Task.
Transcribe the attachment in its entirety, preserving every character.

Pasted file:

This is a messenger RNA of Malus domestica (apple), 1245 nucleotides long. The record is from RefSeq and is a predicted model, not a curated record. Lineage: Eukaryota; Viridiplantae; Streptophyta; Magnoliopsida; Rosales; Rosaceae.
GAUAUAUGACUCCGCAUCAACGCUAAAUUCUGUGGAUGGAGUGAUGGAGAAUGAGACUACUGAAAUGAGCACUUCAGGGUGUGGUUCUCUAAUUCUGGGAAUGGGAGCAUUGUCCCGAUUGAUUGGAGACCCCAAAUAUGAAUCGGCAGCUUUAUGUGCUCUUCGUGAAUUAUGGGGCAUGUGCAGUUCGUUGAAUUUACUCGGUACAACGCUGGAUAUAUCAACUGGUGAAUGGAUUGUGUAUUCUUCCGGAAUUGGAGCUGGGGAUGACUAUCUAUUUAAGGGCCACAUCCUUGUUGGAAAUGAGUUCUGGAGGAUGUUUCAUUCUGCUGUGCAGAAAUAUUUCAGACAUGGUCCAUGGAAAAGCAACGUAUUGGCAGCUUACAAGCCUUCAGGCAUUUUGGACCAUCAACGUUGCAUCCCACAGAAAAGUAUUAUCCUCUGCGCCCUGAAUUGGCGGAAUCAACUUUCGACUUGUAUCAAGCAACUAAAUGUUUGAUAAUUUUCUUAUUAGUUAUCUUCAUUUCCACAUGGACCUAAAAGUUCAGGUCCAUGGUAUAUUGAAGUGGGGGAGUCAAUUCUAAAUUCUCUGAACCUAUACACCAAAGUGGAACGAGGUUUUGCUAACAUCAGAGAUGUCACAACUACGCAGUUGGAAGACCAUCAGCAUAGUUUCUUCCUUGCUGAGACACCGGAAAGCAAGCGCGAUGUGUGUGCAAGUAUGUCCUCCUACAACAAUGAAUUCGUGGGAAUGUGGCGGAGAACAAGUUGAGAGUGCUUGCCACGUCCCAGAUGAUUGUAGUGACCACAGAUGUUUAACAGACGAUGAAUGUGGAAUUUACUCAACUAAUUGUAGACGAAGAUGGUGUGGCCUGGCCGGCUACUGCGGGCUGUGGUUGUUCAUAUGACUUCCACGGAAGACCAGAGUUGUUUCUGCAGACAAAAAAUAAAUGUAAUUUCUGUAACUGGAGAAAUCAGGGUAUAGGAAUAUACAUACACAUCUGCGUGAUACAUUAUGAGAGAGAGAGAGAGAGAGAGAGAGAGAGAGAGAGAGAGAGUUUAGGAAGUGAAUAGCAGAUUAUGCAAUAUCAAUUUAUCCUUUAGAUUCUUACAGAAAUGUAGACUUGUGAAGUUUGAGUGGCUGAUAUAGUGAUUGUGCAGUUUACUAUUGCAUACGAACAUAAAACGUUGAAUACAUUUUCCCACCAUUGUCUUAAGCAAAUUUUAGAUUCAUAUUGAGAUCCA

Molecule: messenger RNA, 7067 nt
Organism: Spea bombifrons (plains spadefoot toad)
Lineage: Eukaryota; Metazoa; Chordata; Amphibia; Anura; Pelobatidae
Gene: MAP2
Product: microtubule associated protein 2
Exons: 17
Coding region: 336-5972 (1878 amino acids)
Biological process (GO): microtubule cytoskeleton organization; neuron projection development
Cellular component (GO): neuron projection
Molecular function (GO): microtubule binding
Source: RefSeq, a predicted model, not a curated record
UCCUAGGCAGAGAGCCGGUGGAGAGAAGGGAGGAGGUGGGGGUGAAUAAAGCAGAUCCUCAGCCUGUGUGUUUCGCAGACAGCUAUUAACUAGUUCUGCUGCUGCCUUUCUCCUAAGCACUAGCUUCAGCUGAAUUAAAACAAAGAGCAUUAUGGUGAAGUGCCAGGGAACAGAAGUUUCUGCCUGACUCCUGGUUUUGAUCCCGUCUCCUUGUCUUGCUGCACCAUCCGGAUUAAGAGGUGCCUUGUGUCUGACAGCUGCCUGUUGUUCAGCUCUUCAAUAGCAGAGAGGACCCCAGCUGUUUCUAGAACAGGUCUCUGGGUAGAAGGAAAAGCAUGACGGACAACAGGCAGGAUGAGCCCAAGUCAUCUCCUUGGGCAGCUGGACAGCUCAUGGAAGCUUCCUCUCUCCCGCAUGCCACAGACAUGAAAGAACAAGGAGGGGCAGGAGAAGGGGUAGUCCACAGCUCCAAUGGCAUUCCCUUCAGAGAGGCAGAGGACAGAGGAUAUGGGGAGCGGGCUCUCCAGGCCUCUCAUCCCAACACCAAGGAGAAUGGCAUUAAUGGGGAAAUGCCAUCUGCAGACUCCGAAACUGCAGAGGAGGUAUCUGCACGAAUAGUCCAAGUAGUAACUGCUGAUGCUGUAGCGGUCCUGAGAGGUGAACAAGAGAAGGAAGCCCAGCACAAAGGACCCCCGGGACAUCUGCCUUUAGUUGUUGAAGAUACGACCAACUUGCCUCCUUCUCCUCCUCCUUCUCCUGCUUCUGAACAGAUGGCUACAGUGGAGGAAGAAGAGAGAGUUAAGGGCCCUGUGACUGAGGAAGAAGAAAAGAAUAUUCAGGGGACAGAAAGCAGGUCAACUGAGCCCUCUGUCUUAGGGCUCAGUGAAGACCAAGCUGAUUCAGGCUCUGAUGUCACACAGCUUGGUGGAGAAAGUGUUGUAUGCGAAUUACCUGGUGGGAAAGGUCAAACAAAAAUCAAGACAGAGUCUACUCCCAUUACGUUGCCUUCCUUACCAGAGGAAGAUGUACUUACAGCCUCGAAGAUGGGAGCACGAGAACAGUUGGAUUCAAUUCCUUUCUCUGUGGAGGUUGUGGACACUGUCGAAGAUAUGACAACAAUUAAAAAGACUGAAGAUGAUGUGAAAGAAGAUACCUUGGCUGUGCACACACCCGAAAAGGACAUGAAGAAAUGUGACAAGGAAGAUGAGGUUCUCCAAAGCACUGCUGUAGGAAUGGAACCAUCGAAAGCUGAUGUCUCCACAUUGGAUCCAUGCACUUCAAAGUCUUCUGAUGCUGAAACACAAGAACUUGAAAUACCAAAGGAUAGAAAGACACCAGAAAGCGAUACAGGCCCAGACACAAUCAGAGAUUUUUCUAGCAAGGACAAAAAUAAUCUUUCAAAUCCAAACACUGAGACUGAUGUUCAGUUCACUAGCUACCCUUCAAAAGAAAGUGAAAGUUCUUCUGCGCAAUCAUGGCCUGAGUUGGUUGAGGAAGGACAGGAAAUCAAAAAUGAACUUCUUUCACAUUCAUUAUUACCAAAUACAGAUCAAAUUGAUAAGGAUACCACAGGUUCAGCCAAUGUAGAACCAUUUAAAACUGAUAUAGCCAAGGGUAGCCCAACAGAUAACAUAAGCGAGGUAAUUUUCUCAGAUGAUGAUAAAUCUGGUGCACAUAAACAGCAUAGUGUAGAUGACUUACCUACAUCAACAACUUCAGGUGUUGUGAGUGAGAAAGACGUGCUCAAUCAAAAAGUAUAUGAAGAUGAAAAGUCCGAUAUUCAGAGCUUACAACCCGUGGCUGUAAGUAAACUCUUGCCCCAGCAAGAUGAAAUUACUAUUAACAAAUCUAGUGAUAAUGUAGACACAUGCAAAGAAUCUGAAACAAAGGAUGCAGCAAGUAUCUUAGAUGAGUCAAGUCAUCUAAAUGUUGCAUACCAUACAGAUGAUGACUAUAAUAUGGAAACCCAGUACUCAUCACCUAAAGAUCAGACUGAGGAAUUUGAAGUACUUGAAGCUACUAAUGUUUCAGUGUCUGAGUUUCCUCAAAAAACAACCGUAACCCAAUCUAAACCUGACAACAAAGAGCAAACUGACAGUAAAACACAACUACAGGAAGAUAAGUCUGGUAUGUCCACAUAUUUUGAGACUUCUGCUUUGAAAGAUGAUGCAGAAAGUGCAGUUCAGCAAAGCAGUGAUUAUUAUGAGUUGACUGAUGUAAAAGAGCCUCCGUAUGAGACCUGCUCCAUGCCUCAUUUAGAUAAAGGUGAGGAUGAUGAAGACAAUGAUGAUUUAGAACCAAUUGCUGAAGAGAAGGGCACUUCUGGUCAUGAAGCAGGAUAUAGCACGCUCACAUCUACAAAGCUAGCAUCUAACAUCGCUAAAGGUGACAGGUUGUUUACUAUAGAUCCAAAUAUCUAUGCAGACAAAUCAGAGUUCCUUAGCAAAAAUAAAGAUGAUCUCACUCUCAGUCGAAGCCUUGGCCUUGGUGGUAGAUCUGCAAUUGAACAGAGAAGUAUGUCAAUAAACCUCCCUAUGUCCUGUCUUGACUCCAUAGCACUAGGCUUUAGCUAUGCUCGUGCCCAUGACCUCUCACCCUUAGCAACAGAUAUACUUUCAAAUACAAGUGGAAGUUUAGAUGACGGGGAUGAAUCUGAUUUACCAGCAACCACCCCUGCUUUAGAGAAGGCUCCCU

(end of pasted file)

This is a messenger RNA of Malus domestica (apple), 1245 nucleotides long. The record is from RefSeq and is a predicted model, not a curated record. Lineage: Eukaryota; Viridiplantae; Streptophyta; Magnoliopsida; Rosales; Rosaceae.
GAUAUAUGACUCCGCAUCAACGCUAAAUUCUGUGGAUGGAGUGAUGGAGAAUGAGACUACUGAAAUGAGCACUUCAGGGUGUGGUUCUCUAAUUCUGGGAAUGGGAGCAUUGUCCCGAUUGAUUGGAGACCCCAAAUAUGAAUCGGCAGCUUUAUGUGCUCUUCGUGAAUUAUGGGGCAUGUGCAGUUCGUUGAAUUUACUCGGUACAACGCUGGAUAUAUCAACUGGUGAAUGGAUUGUGUAUUCUUCCGGAAUUGGAGCUGGGGAUGACUAUCUAUUUAAGGGCCACAUCCUUGUUGGAAAUGAGUUCUGGAGGAUGUUUCAUUCUGCUGUGCAGAAAUAUUUCAGACAUGGUCCAUGGAAAAGCAACGUAUUGGCAGCUUACAAGCCUUCAGGCAUUUUGGACCAUCAACGUUGCAUCCCACAGAAAAGUAUUAUCCUCUGCGCCCUGAAUUGGCGGAAUCAACUUUCGACUUGUAUCAAGCAACUAAAUGUUUGAUAAUUUUCUUAUUAGUUAUCUUCAUUUCCACAUGGACCUAAAAGUUCAGGUCCAUGGUAUAUUGAAGUGGGGGAGUCAAUUCUAAAUUCUCUGAACCUAUACACCAAAGUGGAACGAGGUUUUGCUAACAUCAGAGAUGUCACAACUACGCAGUUGGAAGACCAUCAGCAUAGUUUCUUCCUUGCUGAGACACCGGAAAGCAAGCGCGAUGUGUGUGCAAGUAUGUCCUCCUACAACAAUGAAUUCGUGGGAAUGUGGCGGAGAACAAGUUGAGAGUGCUUGCCACGUCCCAGAUGAUUGUAGUGACCACAGAUGUUUAACAGACGAUGAAUGUGGAAUUUACUCAACUAAUUGUAGACGAAGAUGGUGUGGCCUGGCCGGCUACUGCGGGCUGUGGUUGUUCAUAUGACUUCCACGGAAGACCAGAGUUGUUUCUGCAGACAAAAAAUAAAUGUAAUUUCUGUAACUGGAGAAAUCAGGGUAUAGGAAUAUACAUACACAUCUGCGUGAUACAUUAUGAGAGAGAGAGAGAGAGAGAGAGAGAGAGAGAGAGAGAGAGUUUAGGAAGUGAAUAGCAGAUUAUGCAAUAUCAAUUUAUCCUUUAGAUUCUUACAGAAAUGUAGACUUGUGAAGUUUGAGUGGCUGAUAUAGUGAUUGUGCAGUUUACUAUUGCAUACGAACAUAAAACGUUGAAUACAUUUUCCCACCAUUGUCUUAAGCAAAUUUUAGAUUCAUAUUGAGAUCCA

Molecule: messenger RNA, 7067 nt
Organism: Spea bombifrons (plains spadefoot toad)
Lineage: Eukaryota; Metazoa; Chordata; Amphibia; Anura; Pelobatidae
Gene: MAP2
Product: microtubule associated protein 2
Exons: 17
Coding region: 336-5972 (1878 amino acids)
Biological process (GO): microtubule cytoskeleton organization; neuron projection development
Cellular component (GO): neuron projection
Molecular function (GO): microtubule binding
Source: RefSeq, a predicted model, not a curated record
UCCUAGGCAGAGAGCCGGUGGAGAGAAGGGAGGAGGUGGGGGUGAAUAAAGCAGAUCCUCAGCCUGUGUGUUUCGCAGACAGCUAUUAACUAGUUCUGCUGCUGCCUUUCUCCUAAGCACUAGCUUCAGCUGAAUUAAAACAAAGAGCAUUAUGGUGAAGUGCCAGGGAACAGAAGUUUCUGCCUGACUCCUGGUUUUGAUCCCGUCUCCUUGUCUUGCUGCACCAUCCGGAUUAAGAGGUGCCUUGUGUCUGACAGCUGCCUGUUGUUCAGCUCUUCAAUAGCAGAGAGGACCCCAGCUGUUUCUAGAACAGGUCUCUGGGUAGAAGGAAAAGCAUGACGGACAACAGGCAGGAUGAGCCCAAGUCAUCUCCUUGGGCAGCUGGACAGCUCAUGGAAGCUUCCUCUCUCCCGCAUGCCACAGACAUGAAAGAACAAGGAGGGGCAGGAGAAGGGGUAGUCCACAGCUCCAAUGGCAUUCCCUUCAGAGAGGCAGAGGACAGAGGAUAUGGGGAGCGGGCUCUCCAGGCCUCUCAUCCCAACACCAAGGAGAAUGGCAUUAAUGGGGAAAUGCCAUCUGCAGACUCCGAAACUGCAGAGGAGGUAUCUGCACGAAUAGUCCAAGUAGUAACUGCUGAUGCUGUAGCGGUCCUGAGAGGUGAACAAGAGAAGGAAGCCCAGCACAAAGGACCCCCGGGACAUCUGCCUUUAGUUGUUGAAGAUACGACCAACUUGCCUCCUUCUCCUCCUCCUUCUCCUGCUUCUGAACAGAUGGCUACAGUGGAGGAAGAAGAGAGAGUUAAGGGCCCUGUGACUGAGGAAGAAGAAAAGAAUAUUCAGGGGACAGAAAGCAGGUCAACUGAGCCCUCUGUCUUAGGGCUCAGUGAAGACCAAGCUGAUUCAGGCUCUGAUGUCACACAGCUUGGUGGAGAAAGUGUUGUAUGCGAAUUACCUGGUGGGAAAGGUCAAACAAAAAUCAAGACAGAGUCUACUCCCAUUACGUUGCCUUCCUUACCAGAGGAAGAUGUACUUACAGCCUCGAAGAUGGGAGCACGAGAACAGUUGGAUUCAAUUCCUUUCUCUGUGGAGGUUGUGGACACUGUCGAAGAUAUGACAACAAUUAAAAAGACUGAAGAUGAUGUGAAAGAAGAUACCUUGGCUGUGCACACACCCGAAAAGGACAUGAAGAAAUGUGACAAGGAAGAUGAGGUUCUCCAAAGCACUGCUGUAGGAAUGGAACCAUCGAAAGCUGAUGUCUCCACAUUGGAUCCAUGCACUUCAAAGUCUUCUGAUGCUGAAACACAAGAACUUGAAAUACCAAAGGAUAGAAAGACACCAGAAAGCGAUACAGGCCCAGACACAAUCAGAGAUUUUUCUAGCAAGGACAAAAAUAAUCUUUCAAAUCCAAACACUGAGACUGAUGUUCAGUUCACUAGCUACCCUUCAAAAGAAAGUGAAAGUUCUUCUGCGCAAUCAUGGCCUGAGUUGGUUGAGGAAGGACAGGAAAUCAAAAAUGAACUUCUUUCACAUUCAUUAUUACCAAAUACAGAUCAAAUUGAUAAGGAUACCACAGGUUCAGCCAAUGUAGAACCAUUUAAAACUGAUAUAGCCAAGGGUAGCCCAACAGAUAACAUAAGCGAGGUAAUUUUCUCAGAUGAUGAUAAAUCUGGUGCACAUAAACAGCAUAGUGUAGAUGACUUACCUACAUCAACAACUUCAGGUGUUGUGAGUGAGAAAGACGUGCUCAAUCAAAAAGUAUAUGAAGAUGAAAAGUCCGAUAUUCAGAGCUUACAACCCGUGGCUGUAAGUAAACUCUUGCCCCAGCAAGAUGAAAUUACUAUUAACAAAUCUAGUGAUAAUGUAGACACAUGCAAAGAAUCUGAAACAAAGGAUGCAGCAAGUAUCUUAGAUGAGUCAAGUCAUCUAAAUGUUGCAUACCAUACAGAUGAUGACUAUAAUAUGGAAACCCAGUACUCAUCACCUAAAGAUCAGACUGAGGAAUUUGAAGUACUUGAAGCUACUAAUGUUUCAGUGUCUGAGUUUCCUCAAAAAACAACCGUAACCCAAUCUAAACCUGACAACAAAGAGCAAACUGACAGUAAAACACAACUACAGGAAGAUAAGUCUGGUAUGUCCACAUAUUUUGAGACUUCUGCUUUGAAAGAUGAUGCAGAAAGUGCAGUUCAGCAAAGCAGUGAUUAUUAUGAGUUGACUGAUGUAAAAGAGCCUCCGUAUGAGACCUGCUCCAUGCCUCAUUUAGAUAAAGGUGAGGAUGAUGAAGACAAUGAUGAUUUAGAACCAAUUGCUGAAGAGAAGGGCACUUCUGGUCAUGAAGCAGGAUAUAGCACGCUCACAUCUACAAAGCUAGCAUCUAACAUCGCUAAAGGUGACAGGUUGUUUACUAUAGAUCCAAAUAUCUAUGCAGACAAAUCAGAGUUCCUUAGCAAAAAUAAAGAUGAUCUCACUCUCAGUCGAAGCCUUGGCCUUGGUGGUAGAUCUGCAAUUGAACAGAGAAGUAUGUCAAUAAACCUCCCUAUGUCCUGUCUUGACUCCAUAGCACUAGGCUUUAGCUAUGCUCGUGCCCAUGACCUCUCACCCUUAGCAACAGAUAUACUUUCAAAUACAAGUGGAAGUUUAGAUGACGGGGAUGAAUCUGAUUUACCAGCAACCACCCCUGCUUUAGAGAAGGCUCCCU